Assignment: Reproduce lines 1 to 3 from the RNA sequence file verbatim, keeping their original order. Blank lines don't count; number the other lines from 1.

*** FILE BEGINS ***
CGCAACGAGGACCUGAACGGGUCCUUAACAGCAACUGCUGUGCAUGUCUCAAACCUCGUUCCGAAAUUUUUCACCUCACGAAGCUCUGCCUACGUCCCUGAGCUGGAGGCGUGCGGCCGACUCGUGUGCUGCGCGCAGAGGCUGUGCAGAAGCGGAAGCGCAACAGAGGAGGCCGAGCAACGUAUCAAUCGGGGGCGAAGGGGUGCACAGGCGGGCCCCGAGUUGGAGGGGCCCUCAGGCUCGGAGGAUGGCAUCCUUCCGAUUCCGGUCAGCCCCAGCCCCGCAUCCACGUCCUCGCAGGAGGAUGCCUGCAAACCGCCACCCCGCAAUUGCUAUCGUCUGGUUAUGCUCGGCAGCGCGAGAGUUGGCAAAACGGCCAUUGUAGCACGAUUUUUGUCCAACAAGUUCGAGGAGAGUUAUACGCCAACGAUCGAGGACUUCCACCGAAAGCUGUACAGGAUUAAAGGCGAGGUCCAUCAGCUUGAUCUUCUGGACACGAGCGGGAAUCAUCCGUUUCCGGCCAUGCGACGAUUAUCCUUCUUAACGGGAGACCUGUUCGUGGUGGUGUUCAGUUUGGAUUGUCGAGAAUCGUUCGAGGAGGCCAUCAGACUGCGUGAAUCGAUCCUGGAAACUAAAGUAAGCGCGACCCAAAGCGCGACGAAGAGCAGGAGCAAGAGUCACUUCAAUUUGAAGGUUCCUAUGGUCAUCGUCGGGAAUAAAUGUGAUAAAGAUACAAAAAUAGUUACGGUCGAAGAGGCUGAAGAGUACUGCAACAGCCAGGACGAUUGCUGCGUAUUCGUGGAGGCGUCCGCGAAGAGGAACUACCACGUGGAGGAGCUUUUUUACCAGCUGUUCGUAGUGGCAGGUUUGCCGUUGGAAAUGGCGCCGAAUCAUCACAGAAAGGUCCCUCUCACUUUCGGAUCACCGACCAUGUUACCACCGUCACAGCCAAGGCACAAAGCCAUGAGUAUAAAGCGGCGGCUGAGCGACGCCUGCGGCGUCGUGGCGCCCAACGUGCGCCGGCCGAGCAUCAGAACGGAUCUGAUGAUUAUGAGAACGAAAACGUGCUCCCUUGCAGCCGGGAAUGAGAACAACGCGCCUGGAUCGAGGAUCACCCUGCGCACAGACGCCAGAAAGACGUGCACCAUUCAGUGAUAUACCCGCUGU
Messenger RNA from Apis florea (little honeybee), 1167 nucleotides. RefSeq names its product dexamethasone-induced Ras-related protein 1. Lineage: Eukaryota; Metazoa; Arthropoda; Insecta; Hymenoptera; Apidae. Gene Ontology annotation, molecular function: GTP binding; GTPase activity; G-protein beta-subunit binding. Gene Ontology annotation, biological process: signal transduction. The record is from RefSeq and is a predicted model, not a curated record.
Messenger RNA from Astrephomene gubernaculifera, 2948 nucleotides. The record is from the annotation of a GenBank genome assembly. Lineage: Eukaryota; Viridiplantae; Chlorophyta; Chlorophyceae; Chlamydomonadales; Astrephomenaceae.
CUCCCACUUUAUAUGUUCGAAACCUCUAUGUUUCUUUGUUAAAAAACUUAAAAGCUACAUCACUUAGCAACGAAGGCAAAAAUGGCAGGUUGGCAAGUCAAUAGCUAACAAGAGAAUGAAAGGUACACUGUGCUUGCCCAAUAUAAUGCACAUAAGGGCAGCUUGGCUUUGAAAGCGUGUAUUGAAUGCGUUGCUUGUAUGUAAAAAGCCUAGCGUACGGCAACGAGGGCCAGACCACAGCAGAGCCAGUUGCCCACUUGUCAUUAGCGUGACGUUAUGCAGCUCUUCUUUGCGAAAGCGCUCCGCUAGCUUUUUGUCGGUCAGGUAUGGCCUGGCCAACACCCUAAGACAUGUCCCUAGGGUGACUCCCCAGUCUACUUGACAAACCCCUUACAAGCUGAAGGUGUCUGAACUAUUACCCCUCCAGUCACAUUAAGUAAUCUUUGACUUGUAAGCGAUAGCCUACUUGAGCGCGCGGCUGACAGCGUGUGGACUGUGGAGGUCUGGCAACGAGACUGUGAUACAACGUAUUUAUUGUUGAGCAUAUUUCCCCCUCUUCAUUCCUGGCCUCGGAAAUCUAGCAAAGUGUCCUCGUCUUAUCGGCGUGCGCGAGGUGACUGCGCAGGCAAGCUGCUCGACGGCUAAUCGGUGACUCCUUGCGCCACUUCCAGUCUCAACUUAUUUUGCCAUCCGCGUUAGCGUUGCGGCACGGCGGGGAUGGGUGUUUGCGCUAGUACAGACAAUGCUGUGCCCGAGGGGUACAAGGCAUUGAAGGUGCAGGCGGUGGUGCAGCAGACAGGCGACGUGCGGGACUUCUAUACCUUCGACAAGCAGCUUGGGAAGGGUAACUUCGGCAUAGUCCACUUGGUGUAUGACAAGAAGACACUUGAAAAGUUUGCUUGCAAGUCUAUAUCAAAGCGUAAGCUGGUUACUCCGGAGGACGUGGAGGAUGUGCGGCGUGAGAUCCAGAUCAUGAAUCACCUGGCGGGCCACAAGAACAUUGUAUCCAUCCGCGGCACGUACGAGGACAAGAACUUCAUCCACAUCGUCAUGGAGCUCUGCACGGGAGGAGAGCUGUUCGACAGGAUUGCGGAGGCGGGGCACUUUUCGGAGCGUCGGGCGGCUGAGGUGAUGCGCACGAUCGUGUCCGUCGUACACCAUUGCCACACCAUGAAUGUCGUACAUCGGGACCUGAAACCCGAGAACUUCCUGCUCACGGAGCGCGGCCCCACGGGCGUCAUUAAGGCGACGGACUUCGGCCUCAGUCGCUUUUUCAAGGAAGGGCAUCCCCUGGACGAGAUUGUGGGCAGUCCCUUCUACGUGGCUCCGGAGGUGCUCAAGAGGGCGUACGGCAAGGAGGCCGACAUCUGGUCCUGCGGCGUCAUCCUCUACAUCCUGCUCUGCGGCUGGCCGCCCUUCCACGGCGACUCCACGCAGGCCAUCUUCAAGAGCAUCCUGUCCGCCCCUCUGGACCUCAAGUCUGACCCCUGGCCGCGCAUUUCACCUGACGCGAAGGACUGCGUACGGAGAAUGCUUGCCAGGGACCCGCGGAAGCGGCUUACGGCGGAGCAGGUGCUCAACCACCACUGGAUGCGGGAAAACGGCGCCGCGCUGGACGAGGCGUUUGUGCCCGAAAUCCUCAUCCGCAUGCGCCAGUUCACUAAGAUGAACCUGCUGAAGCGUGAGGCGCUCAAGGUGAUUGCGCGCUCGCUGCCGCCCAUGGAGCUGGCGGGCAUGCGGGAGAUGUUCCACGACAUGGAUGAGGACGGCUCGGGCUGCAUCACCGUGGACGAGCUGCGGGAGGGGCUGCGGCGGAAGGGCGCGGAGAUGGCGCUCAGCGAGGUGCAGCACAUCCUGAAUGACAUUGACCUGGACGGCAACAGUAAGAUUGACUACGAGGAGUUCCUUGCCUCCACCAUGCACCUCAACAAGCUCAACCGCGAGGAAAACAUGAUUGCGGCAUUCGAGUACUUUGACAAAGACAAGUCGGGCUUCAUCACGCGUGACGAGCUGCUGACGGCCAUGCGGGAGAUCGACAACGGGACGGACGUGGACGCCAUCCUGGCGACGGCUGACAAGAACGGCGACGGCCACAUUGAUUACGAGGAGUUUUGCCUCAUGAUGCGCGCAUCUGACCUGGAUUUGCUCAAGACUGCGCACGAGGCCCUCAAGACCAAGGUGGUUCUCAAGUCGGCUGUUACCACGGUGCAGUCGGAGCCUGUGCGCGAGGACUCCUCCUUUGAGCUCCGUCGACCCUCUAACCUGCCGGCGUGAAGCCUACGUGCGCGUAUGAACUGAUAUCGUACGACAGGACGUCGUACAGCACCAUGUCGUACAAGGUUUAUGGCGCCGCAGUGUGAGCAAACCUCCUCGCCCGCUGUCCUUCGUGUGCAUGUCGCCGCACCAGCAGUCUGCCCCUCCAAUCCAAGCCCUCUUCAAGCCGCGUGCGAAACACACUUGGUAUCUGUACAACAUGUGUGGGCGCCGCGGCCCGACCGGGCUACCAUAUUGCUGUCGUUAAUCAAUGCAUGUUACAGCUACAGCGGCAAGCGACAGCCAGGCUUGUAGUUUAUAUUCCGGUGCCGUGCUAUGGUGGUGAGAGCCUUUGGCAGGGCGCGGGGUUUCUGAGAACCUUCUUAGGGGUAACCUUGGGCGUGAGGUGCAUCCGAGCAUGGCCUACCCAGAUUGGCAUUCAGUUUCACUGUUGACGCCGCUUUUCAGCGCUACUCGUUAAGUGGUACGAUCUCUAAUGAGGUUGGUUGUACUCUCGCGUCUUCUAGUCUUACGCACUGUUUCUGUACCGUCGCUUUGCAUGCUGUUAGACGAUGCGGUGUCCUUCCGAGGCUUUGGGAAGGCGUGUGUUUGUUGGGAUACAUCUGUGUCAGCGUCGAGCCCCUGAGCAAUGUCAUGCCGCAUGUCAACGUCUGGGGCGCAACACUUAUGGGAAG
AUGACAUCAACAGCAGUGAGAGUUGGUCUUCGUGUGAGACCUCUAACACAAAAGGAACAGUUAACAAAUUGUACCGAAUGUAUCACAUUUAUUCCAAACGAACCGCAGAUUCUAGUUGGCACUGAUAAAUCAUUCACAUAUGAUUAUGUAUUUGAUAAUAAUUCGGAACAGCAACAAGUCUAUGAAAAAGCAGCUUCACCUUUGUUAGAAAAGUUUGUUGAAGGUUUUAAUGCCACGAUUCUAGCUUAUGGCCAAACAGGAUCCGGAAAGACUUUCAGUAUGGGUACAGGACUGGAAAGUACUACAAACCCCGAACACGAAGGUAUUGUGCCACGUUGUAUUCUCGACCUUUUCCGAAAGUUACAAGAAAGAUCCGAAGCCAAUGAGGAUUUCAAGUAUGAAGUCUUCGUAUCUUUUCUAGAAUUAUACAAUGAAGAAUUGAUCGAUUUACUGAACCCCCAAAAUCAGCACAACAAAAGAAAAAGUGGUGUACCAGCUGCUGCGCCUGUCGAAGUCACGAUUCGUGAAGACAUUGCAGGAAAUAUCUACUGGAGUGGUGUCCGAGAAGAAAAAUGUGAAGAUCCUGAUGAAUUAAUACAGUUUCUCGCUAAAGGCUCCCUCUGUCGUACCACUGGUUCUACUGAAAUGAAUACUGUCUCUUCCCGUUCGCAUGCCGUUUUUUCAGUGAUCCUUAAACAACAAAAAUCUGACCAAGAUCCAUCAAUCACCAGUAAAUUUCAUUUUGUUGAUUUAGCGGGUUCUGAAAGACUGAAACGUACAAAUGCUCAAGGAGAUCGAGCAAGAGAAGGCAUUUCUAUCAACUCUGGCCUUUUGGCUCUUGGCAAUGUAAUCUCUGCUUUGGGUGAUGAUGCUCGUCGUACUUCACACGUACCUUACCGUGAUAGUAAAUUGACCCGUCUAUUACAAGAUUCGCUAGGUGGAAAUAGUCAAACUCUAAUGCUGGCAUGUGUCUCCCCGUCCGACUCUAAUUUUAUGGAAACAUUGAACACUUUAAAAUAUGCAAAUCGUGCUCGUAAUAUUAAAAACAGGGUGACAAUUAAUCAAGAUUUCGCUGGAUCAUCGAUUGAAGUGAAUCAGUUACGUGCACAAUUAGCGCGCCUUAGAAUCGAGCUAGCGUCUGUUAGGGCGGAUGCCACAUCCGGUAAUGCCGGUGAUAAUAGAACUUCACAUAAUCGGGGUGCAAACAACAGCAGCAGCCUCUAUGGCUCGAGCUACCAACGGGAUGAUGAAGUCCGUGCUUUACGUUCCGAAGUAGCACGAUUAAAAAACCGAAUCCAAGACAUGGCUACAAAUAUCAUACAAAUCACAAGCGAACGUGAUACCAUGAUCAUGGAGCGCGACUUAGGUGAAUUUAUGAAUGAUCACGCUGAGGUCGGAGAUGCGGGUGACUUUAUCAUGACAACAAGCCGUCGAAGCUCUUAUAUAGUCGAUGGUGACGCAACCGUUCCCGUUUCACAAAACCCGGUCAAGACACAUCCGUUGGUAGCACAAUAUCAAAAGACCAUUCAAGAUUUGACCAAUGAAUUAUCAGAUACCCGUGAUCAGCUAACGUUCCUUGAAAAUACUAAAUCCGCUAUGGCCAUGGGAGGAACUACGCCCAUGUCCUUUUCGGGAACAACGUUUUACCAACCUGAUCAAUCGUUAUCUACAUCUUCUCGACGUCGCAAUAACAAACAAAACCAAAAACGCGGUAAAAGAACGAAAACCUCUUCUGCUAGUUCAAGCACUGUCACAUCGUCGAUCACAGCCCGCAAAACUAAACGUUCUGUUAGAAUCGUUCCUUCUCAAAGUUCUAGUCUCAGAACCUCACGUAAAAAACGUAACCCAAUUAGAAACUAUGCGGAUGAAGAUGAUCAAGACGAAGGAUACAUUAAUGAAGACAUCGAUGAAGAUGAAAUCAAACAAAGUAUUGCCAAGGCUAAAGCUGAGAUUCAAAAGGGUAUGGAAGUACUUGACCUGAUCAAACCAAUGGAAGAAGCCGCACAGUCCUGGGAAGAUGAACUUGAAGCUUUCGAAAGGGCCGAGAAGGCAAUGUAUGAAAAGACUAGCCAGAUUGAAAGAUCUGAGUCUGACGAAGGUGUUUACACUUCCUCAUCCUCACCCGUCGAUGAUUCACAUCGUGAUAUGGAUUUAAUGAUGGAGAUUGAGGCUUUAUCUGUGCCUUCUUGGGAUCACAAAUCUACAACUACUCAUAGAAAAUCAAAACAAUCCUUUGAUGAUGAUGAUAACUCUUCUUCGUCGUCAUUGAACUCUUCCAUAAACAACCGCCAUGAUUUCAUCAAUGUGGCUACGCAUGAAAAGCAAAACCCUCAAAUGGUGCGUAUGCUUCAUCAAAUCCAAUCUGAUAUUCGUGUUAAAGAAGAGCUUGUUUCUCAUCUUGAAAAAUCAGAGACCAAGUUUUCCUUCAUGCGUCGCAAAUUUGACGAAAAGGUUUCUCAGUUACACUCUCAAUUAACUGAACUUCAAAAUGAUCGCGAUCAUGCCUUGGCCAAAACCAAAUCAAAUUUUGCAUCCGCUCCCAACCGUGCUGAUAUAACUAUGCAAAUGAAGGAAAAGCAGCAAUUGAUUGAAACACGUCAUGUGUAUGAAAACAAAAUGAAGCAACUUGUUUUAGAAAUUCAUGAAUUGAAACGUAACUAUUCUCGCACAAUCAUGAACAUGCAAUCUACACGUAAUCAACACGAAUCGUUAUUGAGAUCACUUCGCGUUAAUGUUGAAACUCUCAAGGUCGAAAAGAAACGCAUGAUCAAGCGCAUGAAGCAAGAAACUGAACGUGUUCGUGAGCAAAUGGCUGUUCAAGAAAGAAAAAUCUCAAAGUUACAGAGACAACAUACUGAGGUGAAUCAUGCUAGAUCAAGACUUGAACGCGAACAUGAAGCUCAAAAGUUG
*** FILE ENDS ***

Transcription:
CGCAACGAGGACCUGAACGGGUCCUUAACAGCAACUGCUGUGCAUGUCUCAAACCUCGUUCCGAAAUUUUUCACCUCACGAAGCUCUGCCUACGUCCCUGAGCUGGAGGCGUGCGGCCGACUCGUGUGCUGCGCGCAGAGGCUGUGCAGAAGCGGAAGCGCAACAGAGGAGGCCGAGCAACGUAUCAAUCGGGGGCGAAGGGGUGCACAGGCGGGCCCCGAGUUGGAGGGGCCCUCAGGCUCGGAGGAUGGCAUCCUUCCGAUUCCGGUCAGCCCCAGCCCCGCAUCCACGUCCUCGCAGGAGGAUGCCUGCAAACCGCCACCCCGCAAUUGCUAUCGUCUGGUUAUGCUCGGCAGCGCGAGAGUUGGCAAAACGGCCAUUGUAGCACGAUUUUUGUCCAACAAGUUCGAGGAGAGUUAUACGCCAACGAUCGAGGACUUCCACCGAAAGCUGUACAGGAUUAAAGGCGAGGUCCAUCAGCUUGAUCUUCUGGACACGAGCGGGAAUCAUCCGUUUCCGGCCAUGCGACGAUUAUCCUUCUUAACGGGAGACCUGUUCGUGGUGGUGUUCAGUUUGGAUUGUCGAGAAUCGUUCGAGGAGGCCAUCAGACUGCGUGAAUCGAUCCUGGAAACUAAAGUAAGCGCGACCCAAAGCGCGACGAAGAGCAGGAGCAAGAGUCACUUCAAUUUGAAGGUUCCUAUGGUCAUCGUCGGGAAUAAAUGUGAUAAAGAUACAAAAAUAGUUACGGUCGAAGAGGCUGAAGAGUACUGCAACAGCCAGGACGAUUGCUGCGUAUUCGUGGAGGCGUCCGCGAAGAGGAACUACCACGUGGAGGAGCUUUUUUACCAGCUGUUCGUAGUGGCAGGUUUGCCGUUGGAAAUGGCGCCGAAUCAUCACAGAAAGGUCCCUCUCACUUUCGGAUCACCGACCAUGUUACCACCGUCACAGCCAAGGCACAAAGCCAUGAGUAUAAAGCGGCGGCUGAGCGACGCCUGCGGCGUCGUGGCGCCCAACGUGCGCCGGCCGAGCAUCAGAACGGAUCUGAUGAUUAUGAGAACGAAAACGUGCUCCCUUGCAGCCGGGAAUGAGAACAACGCGCCUGGAUCGAGGAUCACCCUGCGCACAGACGCCAGAAAGACGUGCACCAUUCAGUGAUAUACCCGCUGU
Messenger RNA from Apis florea (little honeybee), 1167 nucleotides. RefSeq names its product dexamethasone-induced Ras-related protein 1. Lineage: Eukaryota; Metazoa; Arthropoda; Insecta; Hymenoptera; Apidae. Gene Ontology annotation, molecular function: GTP binding; GTPase activity; G-protein beta-subunit binding. Gene Ontology annotation, biological process: signal transduction. The record is from RefSeq and is a predicted model, not a curated record.
Messenger RNA from Astrephomene gubernaculifera, 2948 nucleotides. The record is from the annotation of a GenBank genome assembly. Lineage: Eukaryota; Viridiplantae; Chlorophyta; Chlorophyceae; Chlamydomonadales; Astrephomenaceae.